Oh, freedom! Oh, freedom!
The Friends of Freedmen’s Cemetery was founded in 1997 for the purposes of preserving, commemorating and researching a little known, Civil War-era, African American burying ground in Old Town Alexandria. The Friends’ initial efforts concentrated on memorial ceremonies to honor and raise public awareness of Alexandria’s freed people. In 2000, we secured a Virginia state highway marker for the site. Until 2007 the cemetery was concealed beneath and disturbed by a mid-twentieth-century gas station and office building, but these have been razed for the creation of a public commemorative park. In a beautiful and moving ceremony on May 12, 2007 the cemetery was rededicated (see http://www.washingtonpost.com/wp-dyn/content/article/2007/05/12/AR2007051201310.html).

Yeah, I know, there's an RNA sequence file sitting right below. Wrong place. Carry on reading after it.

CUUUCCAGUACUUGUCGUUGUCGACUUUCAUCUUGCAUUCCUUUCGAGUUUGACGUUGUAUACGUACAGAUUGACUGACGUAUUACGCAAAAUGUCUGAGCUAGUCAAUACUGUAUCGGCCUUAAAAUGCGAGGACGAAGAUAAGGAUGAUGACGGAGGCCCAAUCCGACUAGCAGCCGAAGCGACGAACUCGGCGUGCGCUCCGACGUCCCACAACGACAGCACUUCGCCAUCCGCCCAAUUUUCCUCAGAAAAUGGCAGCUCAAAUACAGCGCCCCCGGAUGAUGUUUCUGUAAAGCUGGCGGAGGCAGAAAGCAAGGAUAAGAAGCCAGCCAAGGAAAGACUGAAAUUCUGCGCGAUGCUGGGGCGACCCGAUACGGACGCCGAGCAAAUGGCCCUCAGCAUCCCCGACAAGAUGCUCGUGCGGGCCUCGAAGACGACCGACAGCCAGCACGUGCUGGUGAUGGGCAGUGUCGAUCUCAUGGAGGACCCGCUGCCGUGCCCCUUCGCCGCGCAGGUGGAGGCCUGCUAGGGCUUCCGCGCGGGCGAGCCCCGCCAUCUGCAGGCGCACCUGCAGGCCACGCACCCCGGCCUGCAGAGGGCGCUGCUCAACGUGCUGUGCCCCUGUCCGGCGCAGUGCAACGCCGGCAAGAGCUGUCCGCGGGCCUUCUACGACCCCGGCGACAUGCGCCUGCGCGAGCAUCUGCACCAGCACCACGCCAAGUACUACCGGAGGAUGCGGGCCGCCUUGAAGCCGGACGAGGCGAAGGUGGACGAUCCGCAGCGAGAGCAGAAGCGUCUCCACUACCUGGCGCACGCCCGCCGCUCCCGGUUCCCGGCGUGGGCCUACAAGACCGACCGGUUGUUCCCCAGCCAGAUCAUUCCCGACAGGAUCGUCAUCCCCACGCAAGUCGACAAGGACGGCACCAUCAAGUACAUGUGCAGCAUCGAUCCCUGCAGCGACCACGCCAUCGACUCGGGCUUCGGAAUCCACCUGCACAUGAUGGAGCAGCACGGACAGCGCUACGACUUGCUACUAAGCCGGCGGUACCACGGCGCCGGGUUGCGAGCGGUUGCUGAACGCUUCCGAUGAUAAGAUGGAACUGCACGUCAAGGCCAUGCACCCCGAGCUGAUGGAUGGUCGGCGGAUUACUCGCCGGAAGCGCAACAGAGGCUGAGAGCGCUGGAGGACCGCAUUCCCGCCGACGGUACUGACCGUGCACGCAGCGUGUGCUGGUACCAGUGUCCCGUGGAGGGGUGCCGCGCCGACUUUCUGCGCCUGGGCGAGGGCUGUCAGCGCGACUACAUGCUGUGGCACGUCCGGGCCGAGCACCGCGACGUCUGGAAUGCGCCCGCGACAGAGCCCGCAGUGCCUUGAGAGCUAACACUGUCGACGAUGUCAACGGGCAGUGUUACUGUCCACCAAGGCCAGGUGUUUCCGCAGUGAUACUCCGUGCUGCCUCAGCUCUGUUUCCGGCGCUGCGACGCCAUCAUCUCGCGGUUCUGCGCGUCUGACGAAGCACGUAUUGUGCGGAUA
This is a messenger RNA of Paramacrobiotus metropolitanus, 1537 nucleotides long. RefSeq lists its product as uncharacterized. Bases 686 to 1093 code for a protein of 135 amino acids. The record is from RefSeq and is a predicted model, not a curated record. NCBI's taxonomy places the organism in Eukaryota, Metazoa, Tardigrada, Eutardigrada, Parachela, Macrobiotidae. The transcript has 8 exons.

Archaeologists recently completed an investigation to determine the location of extant burials. The work was undertaken to protect the graves and avoid future disturbance. Not only have scores of roughly east-west-oriented grave shafts been identified, but a 13,000-year-old projectile point was recently unearthed, suggesting the long use by American Indians of this location overlooking Great Hunting Creek. Although the graves themselves were not dug, the shafts revealed coffin shapes and some coffin hardware. There may have been a central east-west lane through the cemetery off Washington Street and north-south paths separating several rows of graves.
Design of the memorial park is proceeding, with the commencement of a design competition (see http://www3.alexandriava.gov/freedmens/).
For their efforts thus far toward the creation of the park, we would especially like to thank the Woodrow Wilson Bridge Project, the City of Alexandria and Alexandria Archaeology.
This website honors Alexandria’s freed people. It is intended as a resource to present their stories and to connect them to their descendants and to Alexandria residents of today.
Board of Directors
December 21, 2015